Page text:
Americans consume an astounding 4,000,000,000,000,000,000,000 bytes (4 zettabytes) of electronically transmitted data per year in their spare time, sucking down over 34 gigabytes of data per day.
Information is stored in formations of zeros and ones. Every single 0 or 1 is a bit. 8 bits is a byte. Try to imagine 4 zettabytes of data: 0110100000110001110010101010010000111110010101010101010111 repeated gazillion times…
Sorry if I sound a bit (or even a byte) patronizing.
Recently, IBM Research announced it can now store that same bit of information in just 12 atoms.
From 1,000,000 to 12 — that’s a dramatic breakthrough that not only has the potential to make our computers and devices smaller and more powerful, but also holds enormous implications for the way entire industries operate.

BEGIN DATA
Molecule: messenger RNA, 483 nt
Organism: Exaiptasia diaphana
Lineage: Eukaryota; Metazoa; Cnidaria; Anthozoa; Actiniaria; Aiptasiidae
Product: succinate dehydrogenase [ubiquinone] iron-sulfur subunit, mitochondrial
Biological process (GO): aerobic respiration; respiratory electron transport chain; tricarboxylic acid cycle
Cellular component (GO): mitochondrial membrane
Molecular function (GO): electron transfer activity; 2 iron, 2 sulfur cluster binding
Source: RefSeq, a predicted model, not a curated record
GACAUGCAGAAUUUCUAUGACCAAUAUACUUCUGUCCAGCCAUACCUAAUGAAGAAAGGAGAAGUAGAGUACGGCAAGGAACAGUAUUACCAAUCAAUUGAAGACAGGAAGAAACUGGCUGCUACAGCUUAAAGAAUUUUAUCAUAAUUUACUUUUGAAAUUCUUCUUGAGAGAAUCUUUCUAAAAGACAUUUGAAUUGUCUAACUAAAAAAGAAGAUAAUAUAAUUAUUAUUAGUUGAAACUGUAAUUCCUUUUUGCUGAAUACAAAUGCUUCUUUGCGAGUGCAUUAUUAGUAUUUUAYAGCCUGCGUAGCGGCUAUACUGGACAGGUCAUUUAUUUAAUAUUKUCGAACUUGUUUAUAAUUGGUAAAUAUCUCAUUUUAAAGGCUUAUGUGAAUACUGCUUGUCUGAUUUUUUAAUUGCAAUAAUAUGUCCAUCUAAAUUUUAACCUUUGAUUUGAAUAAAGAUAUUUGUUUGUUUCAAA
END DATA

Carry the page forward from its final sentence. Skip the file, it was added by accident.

The ability to move single atoms, one of the smallest particles of any element in the universe, is crucial to IBM’s research in the field of atomic-scale memory.
In 2012, IBM scientists announced the creation of the world’s smallest magnetic memory bit, made of just 12 atoms. This breakthrough could transform computing by providing the world with devices that have access to unprecedented levels of data storage.
But even nanophysicists need to have a little fun. In that spirit, the scientists moved atoms by using their scanning tunneling microscope to make … a movie, which has been verified by Guinness World Records™ as The World’s Smallest Stop-Motion Film. (From A Boy And His Atom: The World’s Smallest Movie IBM).
How to move atoms and make movies? IBM doesn’t make much secret of this as well:
This post is much indebted to the IBM research site.